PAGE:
Number Three in an Open-Ended Series of Thoughts on the Aesthetics of Comics
"I prefer comics where it seems like all the panels on the page exist in a latent state with each other, where the flow of the page is an indivisible whole, a totality. But with something like Price Valiant, I don't see a flow there from panel to panel. It doesn't seem like one panel laid the seed for the next panel. It was more like, here's a bunch of ideas and key narrative points, and its like a storyboard in some way. . . . I mean, there is a continuity - I'm not denying that - but it seems to me a continuity that's decided after the fact. . . . It seems to me that's not quite cartooning, by my definition, but it's comics.
- Ivan Brunetti, The Comics Journal #264
Asceticism has been the dominant flavor of "serious" comics for a long time, and while this has proved useful in terms of helping to create and nurture a more critically aware self-image within the medium, it has also become an unfortunate psychological crutch.
Within the comics community, and in those mainstream media outlets where the form is gaining increased recognition, the image of the modern cartoonist is almost invariably similar. Whereas past generations presented cartoonists as robust men with indefatigable work ethics and amiable demeanors - the image of the perpetually sturdy Milt Caniff sitting at his drawing board springs immediately to mind, or Will Eisner looking infinitely dignified in one of the many promotional photos taken of him in the 1940s - the current generation has retreated as far in the other direction as possible. Those cartoonists who dominate the critical discourse (at least in North America) are almost to a man figures who typify isolation while celebrating detachment and spiritual reserve - Chris Ware, Dan Clowes, Seth, Chester Brown, Ivan Brunetti, Charles Burns, Adrian Tomine.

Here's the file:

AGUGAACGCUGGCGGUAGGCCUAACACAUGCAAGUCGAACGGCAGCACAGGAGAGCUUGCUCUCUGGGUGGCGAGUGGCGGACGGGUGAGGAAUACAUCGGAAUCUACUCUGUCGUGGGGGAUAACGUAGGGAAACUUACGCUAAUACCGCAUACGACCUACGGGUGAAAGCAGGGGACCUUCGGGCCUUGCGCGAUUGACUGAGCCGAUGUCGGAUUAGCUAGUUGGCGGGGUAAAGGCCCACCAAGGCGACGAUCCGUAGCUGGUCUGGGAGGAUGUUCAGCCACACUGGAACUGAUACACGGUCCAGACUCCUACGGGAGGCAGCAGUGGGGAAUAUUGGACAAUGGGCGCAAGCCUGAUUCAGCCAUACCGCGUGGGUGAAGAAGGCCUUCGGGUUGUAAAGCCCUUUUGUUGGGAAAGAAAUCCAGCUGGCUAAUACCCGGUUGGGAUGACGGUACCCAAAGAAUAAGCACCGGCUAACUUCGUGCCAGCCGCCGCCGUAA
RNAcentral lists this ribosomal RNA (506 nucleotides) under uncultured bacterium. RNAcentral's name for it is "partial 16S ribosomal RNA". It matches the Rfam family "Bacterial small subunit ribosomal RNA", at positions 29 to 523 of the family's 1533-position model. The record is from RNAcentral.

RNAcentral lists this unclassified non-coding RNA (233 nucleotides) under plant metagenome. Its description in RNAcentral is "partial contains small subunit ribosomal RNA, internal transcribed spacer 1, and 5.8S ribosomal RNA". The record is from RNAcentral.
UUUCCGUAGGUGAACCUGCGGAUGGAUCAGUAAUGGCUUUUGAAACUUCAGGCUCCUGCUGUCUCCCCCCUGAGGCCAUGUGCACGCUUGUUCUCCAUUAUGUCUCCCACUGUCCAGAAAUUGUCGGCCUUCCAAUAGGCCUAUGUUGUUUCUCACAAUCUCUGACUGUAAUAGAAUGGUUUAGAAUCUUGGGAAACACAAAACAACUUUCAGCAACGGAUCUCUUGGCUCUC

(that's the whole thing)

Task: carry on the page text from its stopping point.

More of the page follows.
The act of drawing seems almost physically painful for these artists, who never let an interview opportunity pass without mentioning the "heartbreak" of cartooning, or the burdens of extreme perfectionism. It seems for these gentlemen almost as if the joy has gone entirely out of drawing, and the strain is beginning to show in their work, with artists like Ware, Clowes and Tomine beginning to drift further into their reflexively ascetic navels and producing comics that are defined almost entirely by their absence of dynamism - be it narratological or psychological.
The quote by Brunetti at the top of the page typifies, for me, some of the intrinsic problems of this aesthetic fascism. Comics is a particularly flexible and endlessly inventive medium. Because both the language and the form are perpetually malleable, comics can accommodate an almost infinite variety of approaches. The problem is that in reaction to certain historical prejudices - the economic domination of mediocre mainstream comics and aesthetically numb assembly-line production methods - certain very specific schools of cartooning have been elevated to preeminence over others. This has had the unfortunate side-effect that the least intrinsically robust creators have created an environment wherein those peculiar stylistic attributes which typify their cartooning have become dominant.